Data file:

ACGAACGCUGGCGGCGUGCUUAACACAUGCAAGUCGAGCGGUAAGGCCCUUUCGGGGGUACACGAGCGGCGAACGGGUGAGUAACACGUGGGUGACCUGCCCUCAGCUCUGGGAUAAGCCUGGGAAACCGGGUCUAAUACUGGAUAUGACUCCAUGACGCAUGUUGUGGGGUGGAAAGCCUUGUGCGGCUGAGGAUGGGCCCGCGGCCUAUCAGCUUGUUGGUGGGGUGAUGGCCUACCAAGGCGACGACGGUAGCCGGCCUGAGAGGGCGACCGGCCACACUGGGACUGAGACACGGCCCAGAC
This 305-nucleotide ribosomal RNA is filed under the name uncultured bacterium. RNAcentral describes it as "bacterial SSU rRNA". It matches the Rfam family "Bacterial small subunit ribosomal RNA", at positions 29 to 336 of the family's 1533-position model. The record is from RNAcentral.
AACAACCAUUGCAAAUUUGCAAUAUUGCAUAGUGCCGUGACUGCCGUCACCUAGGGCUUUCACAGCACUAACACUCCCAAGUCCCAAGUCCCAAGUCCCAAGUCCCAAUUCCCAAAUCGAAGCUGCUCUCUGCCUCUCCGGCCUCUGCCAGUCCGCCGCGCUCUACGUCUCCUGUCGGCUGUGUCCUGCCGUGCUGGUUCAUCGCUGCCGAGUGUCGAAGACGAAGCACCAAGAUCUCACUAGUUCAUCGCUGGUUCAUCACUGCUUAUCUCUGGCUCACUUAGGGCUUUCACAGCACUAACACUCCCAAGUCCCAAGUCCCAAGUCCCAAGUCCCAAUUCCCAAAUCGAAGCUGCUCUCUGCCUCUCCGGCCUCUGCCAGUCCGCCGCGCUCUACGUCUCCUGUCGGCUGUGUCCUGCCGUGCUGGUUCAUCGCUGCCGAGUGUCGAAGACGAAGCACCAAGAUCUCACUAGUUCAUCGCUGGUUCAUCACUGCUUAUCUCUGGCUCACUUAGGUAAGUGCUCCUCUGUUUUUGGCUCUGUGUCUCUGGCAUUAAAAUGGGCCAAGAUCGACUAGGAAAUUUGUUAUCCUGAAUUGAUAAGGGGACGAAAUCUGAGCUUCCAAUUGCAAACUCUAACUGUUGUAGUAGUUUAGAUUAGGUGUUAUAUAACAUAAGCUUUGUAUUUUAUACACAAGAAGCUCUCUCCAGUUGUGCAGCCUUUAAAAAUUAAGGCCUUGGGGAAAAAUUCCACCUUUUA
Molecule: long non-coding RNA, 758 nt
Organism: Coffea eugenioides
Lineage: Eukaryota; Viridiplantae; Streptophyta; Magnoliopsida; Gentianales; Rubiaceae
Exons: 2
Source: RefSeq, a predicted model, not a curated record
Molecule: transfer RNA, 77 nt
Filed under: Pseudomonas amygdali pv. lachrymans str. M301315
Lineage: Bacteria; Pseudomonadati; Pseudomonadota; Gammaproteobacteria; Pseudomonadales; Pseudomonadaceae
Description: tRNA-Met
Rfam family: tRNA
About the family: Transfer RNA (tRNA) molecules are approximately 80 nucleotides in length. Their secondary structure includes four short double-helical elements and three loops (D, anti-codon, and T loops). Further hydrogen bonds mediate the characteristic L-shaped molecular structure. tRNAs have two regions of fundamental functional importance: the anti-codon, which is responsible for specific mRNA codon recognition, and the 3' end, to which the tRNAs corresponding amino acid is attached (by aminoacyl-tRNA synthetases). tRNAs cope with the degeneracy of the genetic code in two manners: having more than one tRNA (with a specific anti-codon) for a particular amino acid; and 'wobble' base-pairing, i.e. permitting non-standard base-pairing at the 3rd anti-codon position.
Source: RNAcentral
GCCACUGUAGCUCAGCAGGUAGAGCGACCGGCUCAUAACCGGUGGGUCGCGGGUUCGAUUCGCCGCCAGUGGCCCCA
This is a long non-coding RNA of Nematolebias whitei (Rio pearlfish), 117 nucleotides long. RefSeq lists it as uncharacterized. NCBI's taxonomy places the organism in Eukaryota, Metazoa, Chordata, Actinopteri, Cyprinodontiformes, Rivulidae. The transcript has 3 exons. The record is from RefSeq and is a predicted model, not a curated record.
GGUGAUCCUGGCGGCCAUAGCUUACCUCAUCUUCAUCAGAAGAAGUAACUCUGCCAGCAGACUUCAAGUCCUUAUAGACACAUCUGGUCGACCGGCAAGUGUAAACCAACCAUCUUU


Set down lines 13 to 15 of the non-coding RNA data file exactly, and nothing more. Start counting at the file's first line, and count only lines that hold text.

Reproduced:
Rfam family: tRNA
About the family: Transfer RNA (tRNA) molecules are approximately 80 nucleotides in length. Their secondary structure includes four short double-helical elements and three loops (D, anti-codon, and T loops). Further hydrogen bonds mediate the characteristic L-shaped molecular structure. tRNAs have two regions of fundamental functional importance: the anti-codon, which is responsible for specific mRNA codon recognition, and the 3' end, to which the tRNAs corresponding amino acid is attached (by aminoacyl-tRNA synthetases). tRNAs cope with the degeneracy of the genetic code in two manners: having more than one tRNA (with a specific anti-codon) for a particular amino acid; and 'wobble' base-pairing, i.e. permitting non-standard base-pairing at the 3rd anti-codon position.
Source: RNAcentral